I think you are making my point. Posting towing numbers/scenarios other than those stated in the Owners Manual is SWAG. Most everyone understands the difference between towing and pulling.
 
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Google 2008 Honda Ridgeline Owners Manual to see if that changes anything.
 

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thanks to everyone who has replied! Turns out his Ridgeline is the 2008 base model, does that change anything?
I’ve got some reading thanks to you guys ! Cheers
No. Except the base model probably is lighter than the RTL and will have a higher payload. The GVWR (gross vehicle weight rating) will be the same regardless.

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I think part of the reason the Ridgeline is restricted to 5000 lbs has to do with the ability to stop the truck while towing. (braking capabilities). Towing a total trailer weight more than 1000 lbs requires the trailer to have its own brakes too.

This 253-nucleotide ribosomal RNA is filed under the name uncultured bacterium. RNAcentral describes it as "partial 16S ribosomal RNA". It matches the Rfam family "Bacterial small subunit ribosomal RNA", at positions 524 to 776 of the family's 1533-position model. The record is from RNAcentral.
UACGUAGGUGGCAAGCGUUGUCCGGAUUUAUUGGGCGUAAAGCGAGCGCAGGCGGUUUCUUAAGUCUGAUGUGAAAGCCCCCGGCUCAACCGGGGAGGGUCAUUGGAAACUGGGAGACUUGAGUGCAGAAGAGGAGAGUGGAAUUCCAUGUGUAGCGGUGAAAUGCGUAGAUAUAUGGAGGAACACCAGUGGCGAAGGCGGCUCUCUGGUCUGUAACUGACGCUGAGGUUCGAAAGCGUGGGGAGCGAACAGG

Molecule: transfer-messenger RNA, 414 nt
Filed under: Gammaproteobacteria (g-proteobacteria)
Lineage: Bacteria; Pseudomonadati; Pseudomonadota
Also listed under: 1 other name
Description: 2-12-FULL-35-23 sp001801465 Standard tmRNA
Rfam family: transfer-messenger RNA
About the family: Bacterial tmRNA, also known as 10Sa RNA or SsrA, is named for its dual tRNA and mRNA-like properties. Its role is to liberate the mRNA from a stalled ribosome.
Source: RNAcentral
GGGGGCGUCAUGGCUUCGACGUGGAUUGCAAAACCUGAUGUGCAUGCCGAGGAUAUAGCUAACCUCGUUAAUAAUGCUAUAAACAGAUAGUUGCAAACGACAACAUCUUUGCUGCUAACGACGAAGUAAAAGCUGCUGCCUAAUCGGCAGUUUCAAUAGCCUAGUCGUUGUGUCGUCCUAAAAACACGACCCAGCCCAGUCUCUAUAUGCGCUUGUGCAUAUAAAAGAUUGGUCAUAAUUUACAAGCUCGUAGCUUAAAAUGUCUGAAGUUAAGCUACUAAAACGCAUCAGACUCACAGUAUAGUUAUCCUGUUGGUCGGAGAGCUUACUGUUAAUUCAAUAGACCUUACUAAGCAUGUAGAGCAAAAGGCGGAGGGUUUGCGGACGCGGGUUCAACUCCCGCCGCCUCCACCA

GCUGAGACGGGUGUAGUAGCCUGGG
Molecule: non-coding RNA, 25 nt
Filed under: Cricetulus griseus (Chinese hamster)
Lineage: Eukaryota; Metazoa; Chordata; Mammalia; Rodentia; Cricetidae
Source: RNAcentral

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Towing more than 3500 lbs, Honda recommends premium fuel too.

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Also, towing should be done in normal D, not D3.

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This seems to be a nice heated topic. I have a feeling that Honda has been quite conservative with their ratings as they, as well as other manufacturers, are very aware that our society seem to sue at any opportunity. I'm sure that they have CYA in mind.